Archive for September, 2014

Audience in a Quality Scholarly Index

Thursday, September 18th, 2014

A quality scholarly index must be accurate, consistent, comprehensive, concise, readable, reflexive, audience-sensitive and elegant.  In the last few blog postings, I have discussed accuracy, consistency, comprehensiveness, conciseness, readability, and reflexivity.  In this blog posting, I will focus on audience-sensitivity as a factor in a quality scholarly index.

As indexers we often talk about creating indexes with the interests of the possible audience in mind.  More importantly, we think we know what various readers of a given book will want to find.  Most of the time, we’re probably as much on target as possible.  However, pointers (cross-references), qualifiers, and headnotes are useful tools that aid the reader in using the index.  We can also interpret the jargon for index users, as far as is possible.  In addition, we can cross-reference or double-post acronyms and their spelled-out versions.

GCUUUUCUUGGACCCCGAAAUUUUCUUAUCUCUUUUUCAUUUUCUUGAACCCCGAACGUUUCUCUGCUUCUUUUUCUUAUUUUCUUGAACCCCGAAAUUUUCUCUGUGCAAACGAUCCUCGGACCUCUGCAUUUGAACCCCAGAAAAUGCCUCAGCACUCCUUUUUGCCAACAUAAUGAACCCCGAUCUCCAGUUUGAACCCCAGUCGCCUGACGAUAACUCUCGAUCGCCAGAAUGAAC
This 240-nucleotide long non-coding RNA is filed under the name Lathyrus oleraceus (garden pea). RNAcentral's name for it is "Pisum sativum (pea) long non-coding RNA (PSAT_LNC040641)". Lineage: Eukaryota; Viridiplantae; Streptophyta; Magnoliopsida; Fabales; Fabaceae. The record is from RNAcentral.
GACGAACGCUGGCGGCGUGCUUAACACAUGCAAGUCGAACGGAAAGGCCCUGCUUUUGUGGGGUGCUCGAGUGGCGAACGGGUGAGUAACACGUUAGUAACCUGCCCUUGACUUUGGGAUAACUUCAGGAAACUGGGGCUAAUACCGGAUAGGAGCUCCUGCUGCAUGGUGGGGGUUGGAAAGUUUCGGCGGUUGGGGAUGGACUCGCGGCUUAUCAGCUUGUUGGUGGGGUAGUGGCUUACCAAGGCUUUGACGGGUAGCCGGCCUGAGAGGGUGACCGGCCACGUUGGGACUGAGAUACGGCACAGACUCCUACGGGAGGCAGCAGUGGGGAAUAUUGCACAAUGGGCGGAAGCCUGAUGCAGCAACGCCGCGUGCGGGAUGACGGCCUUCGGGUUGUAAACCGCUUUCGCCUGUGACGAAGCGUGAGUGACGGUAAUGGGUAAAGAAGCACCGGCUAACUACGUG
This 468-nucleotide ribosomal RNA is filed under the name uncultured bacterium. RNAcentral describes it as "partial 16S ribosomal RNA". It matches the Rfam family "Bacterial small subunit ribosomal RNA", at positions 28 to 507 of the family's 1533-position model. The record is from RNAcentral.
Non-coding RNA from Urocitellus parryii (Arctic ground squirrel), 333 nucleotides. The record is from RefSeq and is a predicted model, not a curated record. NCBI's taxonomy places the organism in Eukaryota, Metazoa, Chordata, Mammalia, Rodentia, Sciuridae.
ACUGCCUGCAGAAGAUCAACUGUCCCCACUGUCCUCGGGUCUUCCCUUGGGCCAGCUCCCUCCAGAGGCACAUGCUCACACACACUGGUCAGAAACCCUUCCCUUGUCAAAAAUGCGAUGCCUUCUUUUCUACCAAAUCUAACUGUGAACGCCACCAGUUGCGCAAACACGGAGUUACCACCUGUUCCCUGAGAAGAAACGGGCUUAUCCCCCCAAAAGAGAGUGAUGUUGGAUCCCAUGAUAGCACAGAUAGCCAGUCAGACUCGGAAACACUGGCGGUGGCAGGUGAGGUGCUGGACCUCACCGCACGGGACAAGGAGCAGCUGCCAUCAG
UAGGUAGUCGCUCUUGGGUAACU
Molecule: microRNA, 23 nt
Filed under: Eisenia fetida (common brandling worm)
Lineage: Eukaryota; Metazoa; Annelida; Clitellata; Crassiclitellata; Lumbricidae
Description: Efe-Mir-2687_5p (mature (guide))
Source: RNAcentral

Certainly, we do our best, but we truly have a shortage of data on what index users really want.  What we need is usability testing of our indexes on the targeted audience, which would provide us with much needed information.

The final blog post in this series will focus on the last factor of a quality scholarly index, elegance.  For more information about audience-sensitivity, please see the article by Margie Towery, “The Quality of a Scholarly Index: A contribution to the Discourse,” in Indexing Specialties: Scholarly Books, Information Today, Inc., Medford, NJ, 2005, pp.81-94.

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